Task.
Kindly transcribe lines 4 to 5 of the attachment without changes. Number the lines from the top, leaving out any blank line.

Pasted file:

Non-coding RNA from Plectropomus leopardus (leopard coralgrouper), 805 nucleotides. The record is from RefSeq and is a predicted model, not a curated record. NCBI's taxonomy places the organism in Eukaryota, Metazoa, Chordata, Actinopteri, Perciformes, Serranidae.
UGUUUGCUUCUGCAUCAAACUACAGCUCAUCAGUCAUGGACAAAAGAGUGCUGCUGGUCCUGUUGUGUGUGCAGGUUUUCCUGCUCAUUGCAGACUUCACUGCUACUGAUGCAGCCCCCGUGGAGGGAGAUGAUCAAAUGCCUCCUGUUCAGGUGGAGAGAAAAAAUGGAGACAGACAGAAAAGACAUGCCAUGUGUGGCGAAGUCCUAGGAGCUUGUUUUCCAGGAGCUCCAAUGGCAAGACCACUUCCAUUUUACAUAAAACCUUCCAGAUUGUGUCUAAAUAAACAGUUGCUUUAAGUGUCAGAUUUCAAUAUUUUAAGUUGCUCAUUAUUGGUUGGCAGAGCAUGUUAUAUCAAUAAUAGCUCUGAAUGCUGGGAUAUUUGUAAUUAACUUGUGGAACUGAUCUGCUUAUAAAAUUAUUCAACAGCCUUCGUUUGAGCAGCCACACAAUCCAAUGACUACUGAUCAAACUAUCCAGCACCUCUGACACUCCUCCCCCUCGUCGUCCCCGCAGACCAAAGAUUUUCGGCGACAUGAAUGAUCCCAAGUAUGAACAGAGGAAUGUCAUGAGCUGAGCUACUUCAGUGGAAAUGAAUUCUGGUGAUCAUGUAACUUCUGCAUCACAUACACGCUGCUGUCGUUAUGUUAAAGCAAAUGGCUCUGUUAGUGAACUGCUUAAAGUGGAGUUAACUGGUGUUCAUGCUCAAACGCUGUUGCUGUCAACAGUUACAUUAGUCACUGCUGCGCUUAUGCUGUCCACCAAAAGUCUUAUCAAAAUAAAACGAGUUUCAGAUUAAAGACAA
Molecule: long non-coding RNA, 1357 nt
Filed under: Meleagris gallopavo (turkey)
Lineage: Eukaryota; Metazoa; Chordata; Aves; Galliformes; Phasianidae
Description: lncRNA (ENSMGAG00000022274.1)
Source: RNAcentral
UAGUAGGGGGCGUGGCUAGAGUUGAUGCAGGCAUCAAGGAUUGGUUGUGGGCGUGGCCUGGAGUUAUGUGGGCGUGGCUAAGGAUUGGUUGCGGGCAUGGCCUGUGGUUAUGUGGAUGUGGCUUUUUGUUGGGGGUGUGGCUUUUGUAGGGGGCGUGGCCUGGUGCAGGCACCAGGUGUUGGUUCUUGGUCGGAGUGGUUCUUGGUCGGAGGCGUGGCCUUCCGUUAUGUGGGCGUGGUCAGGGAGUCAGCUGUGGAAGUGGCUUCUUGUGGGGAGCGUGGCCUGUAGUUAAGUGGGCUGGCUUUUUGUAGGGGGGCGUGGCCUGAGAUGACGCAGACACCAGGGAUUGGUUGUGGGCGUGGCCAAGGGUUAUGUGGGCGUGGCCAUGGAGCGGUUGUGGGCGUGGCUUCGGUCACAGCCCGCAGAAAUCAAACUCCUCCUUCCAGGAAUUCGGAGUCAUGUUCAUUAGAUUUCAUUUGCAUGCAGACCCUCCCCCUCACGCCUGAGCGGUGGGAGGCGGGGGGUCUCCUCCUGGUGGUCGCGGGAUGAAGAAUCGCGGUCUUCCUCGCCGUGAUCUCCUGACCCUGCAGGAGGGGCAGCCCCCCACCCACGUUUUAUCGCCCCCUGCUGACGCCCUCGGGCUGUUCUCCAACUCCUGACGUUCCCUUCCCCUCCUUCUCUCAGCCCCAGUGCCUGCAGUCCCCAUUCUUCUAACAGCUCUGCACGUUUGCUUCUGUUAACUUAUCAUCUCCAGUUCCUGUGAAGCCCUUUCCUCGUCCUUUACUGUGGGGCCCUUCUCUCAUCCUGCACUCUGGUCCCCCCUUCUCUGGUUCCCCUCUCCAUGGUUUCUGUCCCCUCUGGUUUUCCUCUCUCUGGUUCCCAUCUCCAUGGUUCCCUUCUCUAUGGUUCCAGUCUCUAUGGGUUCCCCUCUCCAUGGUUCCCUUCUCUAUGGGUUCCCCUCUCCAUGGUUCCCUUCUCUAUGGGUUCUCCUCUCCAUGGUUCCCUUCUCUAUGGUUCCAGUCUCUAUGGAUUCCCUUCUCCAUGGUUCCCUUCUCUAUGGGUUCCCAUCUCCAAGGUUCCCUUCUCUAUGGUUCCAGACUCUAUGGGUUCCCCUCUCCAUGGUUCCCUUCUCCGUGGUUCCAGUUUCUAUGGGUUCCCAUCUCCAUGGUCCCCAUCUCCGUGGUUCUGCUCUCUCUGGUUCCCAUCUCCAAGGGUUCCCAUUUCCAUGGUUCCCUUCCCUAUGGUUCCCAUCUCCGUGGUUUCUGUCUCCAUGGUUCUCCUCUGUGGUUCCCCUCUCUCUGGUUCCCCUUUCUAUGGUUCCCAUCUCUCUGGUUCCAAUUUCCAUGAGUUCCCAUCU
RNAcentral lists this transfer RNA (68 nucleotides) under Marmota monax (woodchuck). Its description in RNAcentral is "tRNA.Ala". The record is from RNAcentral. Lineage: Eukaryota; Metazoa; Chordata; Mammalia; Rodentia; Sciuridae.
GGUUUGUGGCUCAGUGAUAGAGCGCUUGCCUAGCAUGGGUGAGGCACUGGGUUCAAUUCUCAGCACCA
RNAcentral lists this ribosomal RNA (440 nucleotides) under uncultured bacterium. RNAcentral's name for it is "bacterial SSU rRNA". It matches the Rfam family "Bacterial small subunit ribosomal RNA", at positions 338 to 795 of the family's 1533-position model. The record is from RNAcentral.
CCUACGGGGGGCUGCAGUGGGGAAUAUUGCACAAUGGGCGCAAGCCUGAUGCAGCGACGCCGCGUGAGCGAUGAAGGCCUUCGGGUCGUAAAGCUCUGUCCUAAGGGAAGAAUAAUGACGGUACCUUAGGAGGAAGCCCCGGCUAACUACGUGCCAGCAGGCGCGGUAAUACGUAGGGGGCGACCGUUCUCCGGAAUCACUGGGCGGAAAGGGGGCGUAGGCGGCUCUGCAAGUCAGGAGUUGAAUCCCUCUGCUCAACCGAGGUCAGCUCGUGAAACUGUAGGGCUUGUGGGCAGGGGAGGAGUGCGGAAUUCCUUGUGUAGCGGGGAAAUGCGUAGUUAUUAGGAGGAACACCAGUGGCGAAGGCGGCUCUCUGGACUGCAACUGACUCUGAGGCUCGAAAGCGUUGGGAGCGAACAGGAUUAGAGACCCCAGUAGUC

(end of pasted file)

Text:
Filed under: Meleagris gallopavo (turkey)
Lineage: Eukaryota; Metazoa; Chordata; Aves; Galliformes; Phasianidae